UF/IFAS Extension Suwannee Valley Weekly Watermelon Crop Update. These updates are summarized by Bob Hochmuth with input from Suwannee Valley Extension Agents: Mark Warren, Tyler Pittman, Tatiana Sanchez, Luke Harlow, Jay Capasso, Sylvia Wills, Dan Fenneman, Keith Wynn, Danielle Sprague, Kevin Athearn, and Charles Barrett.
First Confirmation This Year of Powdery mildew
This is typically the time in the season when powdery mildew is active and early management is the only effective approach to control. Late last week, Tatiana Sanchez confirmed powdery mildew in the Suwannee Valley region. With powdery likely hot on our heels now, and because we are past the proactive/preventative approach with Miravis Prime, we are now at the stage of rotating targeted products such as Procure or Quintec in combination with broad spectrum fungicides such as Mancozeb. Inspire Super has some control of powdery mildew, but with known powdery mildew pressure in the region, you should add one of the targeted materials for powdery mildew.
Initial symptoms appear as circular yellow areas on the leaves. As the infection progresses, powdery growth of the fungus appears and can be seen initially on the underside of the leaves (see photo). Eventually the “white powder” can be found on both surfaces of the leaves and stems as the tissue decays. (Summary by Tatiana Sanchez).
Reports this past week were frequent regarding high pressure and outbreaks of gummy stem blight. We sent an Alert for gummy stem blight last week on May 13th with more details, so refer back to that issue for the details. Affected fields can be found throughout the region. Lesions can form on the stem that enlarge and girdle the main stem. Black fruiting bodies of the fungus are often visible on the infected leaves, stems, and fruits and serve in confirmatory diagnosis. If your fields have not been sprayed specifically for gummy stem blight, we URGE you to apply an application of Inspire Super immediately because it is the top-rated fungicide in our UF/IFAS research trials.
We have not received a confirmation of downy mildew, but we continue to be on the lookout. Bacterial activity also has been very low in the last week. (Summary provided by Bob Hochmuth).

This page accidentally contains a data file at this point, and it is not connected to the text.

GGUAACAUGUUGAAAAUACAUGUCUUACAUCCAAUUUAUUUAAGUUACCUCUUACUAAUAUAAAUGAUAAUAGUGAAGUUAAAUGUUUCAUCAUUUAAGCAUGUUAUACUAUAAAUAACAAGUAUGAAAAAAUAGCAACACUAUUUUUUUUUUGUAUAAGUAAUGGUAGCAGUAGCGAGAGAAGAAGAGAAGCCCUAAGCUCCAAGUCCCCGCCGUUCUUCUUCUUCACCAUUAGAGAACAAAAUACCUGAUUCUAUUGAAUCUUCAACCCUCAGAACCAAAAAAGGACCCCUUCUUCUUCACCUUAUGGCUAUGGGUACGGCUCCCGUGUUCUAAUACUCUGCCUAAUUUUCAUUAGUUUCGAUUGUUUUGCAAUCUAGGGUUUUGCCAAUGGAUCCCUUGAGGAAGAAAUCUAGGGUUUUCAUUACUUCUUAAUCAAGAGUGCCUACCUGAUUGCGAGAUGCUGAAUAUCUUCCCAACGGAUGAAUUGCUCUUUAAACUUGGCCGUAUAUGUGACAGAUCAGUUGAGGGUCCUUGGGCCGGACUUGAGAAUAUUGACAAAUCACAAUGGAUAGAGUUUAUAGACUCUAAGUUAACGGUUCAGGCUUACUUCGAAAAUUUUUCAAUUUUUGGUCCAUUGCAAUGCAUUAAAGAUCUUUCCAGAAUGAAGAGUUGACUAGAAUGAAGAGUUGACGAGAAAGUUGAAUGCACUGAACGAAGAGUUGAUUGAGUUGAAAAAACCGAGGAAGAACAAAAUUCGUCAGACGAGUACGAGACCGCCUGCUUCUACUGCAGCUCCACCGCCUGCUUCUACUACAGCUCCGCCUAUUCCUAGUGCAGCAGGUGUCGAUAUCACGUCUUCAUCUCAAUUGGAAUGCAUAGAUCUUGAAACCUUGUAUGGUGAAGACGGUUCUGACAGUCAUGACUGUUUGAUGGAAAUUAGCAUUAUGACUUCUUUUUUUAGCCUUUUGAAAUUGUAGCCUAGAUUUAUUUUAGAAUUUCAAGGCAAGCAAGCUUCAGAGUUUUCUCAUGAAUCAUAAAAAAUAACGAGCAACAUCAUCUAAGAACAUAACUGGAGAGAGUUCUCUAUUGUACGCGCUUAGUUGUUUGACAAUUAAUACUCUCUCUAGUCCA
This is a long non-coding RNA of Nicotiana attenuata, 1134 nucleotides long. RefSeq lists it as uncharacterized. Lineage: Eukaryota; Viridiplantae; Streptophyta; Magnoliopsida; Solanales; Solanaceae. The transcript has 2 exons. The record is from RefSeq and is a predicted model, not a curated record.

“Kicking Fruit” (Aborting fruit)
There have been several questions this past week regarding “kicking fruit”. The situation in question is from fields with some very small fruit (1-3 days old) that have been aborted or “kicked” (see photos). Fruit abortion can result from poor pollination, plant stress (dry soils, water-logged soils, extremely high or low temperatures), low light conditions, and can also occur in extremely high nitrogen levels or very low nitrogen levels. However, once a plant sets 2-3 fruit, it may abort fruit because the plant cannot support any more at that time. A single plant will form a dozen or more female fruit flowers, so fruit abortion is a normal process – you don’t ever see that many fruit set on a single plant. So, what can you do? My suggestion is to try to keep things at optimum levels and avoid extremes. These aborted fruits begin to decay on the blossom-end but should not be mistaken for blossom-end rot. In fact, blossom-end rot (a calcium distribution problem) is actually rare in watermelons in the Suwannee Valley, largely due to the fact our irrigation water has 70-80 ppm calcium, about half of the entire plant needs, provided every day, multiple times per day. The main thing to realize is that a watermelon plant simply cannot set a fruit at each female bloom. It is not going to happen, therefore, fruit abortion at times during the season should be expected. Here is a little math exercise to demonstrate my point. If you have about 2,000 plants per acre and harvest and sell two fifteen-pound watermelons per plant, the yield is 60,000 pounds per acre. Of course, not all plants survive and not all plants produce marketable fruit, but you get the idea. Thinking that you need to “set” 4-5 or more fruit per plant to do well is simply not the case. Once you start harvesting, a plant may begin to set fruit again since the fruit load has been reduced at that time but let’s worry about that later (by Bob Hochmuth).